Omega-3 fatty acids linked to denser bones in men

NEW YORK (Reuters Health) - Omega-3 fatty acids may help build young men’s bone strength, research hints.

In the study, men who had the highest levels of omega-3s in their blood as 22-year-olds showed the greatest bone mineral density, and also built the most bone between their late teens and their early 20s, Dr. Magnus Hogstrom and colleagues from Umea University in Umea, Sweden found.

The amount of bone mineral people accumulate as adolescents and young adults is considered a key factor in whether or not they will develop the brittle bone disease osteoporosis later on, Hogstrom and his team note the American Journal of Clinical Nutrition.

Animal studies have suggested omega-3 fatty acids, which are found in fish and flaxseed as well as other food sources, may promote bone formation and density, they add.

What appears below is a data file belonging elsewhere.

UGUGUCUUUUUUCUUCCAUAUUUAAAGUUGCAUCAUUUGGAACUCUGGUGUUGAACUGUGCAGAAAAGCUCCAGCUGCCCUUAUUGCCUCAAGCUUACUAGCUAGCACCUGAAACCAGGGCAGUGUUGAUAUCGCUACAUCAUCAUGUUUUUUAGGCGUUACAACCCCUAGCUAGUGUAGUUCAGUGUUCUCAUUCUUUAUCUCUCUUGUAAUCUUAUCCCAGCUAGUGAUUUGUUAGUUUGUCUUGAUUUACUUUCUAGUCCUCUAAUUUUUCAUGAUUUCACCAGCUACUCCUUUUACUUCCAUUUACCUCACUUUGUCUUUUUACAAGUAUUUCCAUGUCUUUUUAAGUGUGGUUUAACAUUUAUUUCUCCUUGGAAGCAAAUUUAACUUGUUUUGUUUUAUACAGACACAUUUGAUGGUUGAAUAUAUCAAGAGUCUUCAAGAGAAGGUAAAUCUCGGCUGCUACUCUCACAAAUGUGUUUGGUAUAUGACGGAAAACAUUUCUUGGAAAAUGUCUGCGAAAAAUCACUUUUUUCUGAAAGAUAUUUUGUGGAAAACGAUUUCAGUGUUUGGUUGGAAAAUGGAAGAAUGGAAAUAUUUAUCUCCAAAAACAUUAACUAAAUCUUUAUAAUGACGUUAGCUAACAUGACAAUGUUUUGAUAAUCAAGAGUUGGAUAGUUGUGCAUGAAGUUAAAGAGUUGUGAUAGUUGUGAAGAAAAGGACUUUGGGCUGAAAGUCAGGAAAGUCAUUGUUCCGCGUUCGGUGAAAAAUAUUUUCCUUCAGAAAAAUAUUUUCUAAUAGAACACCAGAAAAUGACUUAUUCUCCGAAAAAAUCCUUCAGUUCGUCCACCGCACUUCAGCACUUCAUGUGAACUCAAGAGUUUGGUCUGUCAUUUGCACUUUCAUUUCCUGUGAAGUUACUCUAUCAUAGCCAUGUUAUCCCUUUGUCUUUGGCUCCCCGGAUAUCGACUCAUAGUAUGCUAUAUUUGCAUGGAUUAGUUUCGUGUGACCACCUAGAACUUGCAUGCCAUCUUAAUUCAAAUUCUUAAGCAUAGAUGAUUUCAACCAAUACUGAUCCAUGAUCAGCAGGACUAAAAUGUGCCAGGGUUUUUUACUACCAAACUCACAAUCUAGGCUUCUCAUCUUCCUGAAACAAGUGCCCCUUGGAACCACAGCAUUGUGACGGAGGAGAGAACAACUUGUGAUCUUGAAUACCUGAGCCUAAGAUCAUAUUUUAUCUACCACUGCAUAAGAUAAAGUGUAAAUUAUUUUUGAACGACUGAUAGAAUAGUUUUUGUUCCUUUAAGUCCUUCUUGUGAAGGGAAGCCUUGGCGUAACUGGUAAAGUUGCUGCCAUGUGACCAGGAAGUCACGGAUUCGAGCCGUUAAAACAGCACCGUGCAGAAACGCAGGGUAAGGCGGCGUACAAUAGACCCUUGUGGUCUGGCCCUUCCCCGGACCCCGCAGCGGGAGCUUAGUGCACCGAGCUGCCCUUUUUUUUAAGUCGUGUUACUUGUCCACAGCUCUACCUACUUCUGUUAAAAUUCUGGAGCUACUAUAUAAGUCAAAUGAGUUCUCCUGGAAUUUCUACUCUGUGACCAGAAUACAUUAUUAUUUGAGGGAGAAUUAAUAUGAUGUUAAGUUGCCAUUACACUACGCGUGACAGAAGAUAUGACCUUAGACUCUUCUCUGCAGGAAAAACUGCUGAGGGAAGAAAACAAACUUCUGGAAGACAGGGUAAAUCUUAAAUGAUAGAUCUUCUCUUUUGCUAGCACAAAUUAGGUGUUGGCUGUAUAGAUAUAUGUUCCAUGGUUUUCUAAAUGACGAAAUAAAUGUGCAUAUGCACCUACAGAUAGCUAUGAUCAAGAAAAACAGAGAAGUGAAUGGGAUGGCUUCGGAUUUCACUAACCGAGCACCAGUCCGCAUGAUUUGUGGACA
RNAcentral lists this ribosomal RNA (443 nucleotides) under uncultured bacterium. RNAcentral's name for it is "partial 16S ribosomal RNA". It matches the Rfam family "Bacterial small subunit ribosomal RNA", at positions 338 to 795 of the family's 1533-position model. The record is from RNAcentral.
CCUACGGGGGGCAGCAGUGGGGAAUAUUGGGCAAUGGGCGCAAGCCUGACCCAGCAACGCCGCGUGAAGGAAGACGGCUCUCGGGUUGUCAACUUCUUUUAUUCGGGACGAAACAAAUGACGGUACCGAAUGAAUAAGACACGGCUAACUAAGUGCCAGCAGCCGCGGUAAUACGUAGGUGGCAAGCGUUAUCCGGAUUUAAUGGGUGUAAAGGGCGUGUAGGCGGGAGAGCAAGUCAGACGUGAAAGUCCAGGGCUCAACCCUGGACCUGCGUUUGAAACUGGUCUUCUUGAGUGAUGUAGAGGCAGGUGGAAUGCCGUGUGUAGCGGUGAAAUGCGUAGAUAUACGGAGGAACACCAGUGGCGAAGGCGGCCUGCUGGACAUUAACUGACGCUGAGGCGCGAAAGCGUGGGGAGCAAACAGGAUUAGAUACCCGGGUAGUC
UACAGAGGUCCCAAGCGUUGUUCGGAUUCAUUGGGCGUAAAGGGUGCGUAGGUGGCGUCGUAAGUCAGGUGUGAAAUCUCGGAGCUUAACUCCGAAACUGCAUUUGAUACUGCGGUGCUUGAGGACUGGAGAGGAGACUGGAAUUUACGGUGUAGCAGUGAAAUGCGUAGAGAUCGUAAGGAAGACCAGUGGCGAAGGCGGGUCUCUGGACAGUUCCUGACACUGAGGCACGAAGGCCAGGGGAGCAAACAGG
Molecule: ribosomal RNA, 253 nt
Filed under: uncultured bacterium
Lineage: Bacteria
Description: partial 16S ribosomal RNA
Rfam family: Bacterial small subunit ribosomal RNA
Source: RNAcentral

To investigate whether omega-3s might play a role in bone strength, the researchers followed 78 young men from age 16 to 24. They measured bone mineral density at three points in the course of the study, and checked blood levels of fatty acids when the men were 22.

Higher blood levels of omega-3 fatty acids, especially DHA (docosahexaenoic acid), were linked to greater bone mineral density in the body and the spine at age 22. Higher levels of omega-3s were also tied to greater accumulation of spinal bone mineral density between age 16 and age 22.

Omega-3 fatty acids, the authors point out, might influence bone formation by affecting calcium metabolism or the formation of collagen. “More studies are needed to confirm our results and investigate the relationship between individual polyunsaturated fatty acids and BMD further,” they conclude.

The study “nicely adds to a growing body of evidence that omega-3 fatty acids are also beneficial to bone health,” Drs. Chaim Vanek and William E. Connor of Oregon Health & Science University in Portland write in an editorial accompanying the study.

SOURCE: American Journal of Clinical Nutrition, March 2007.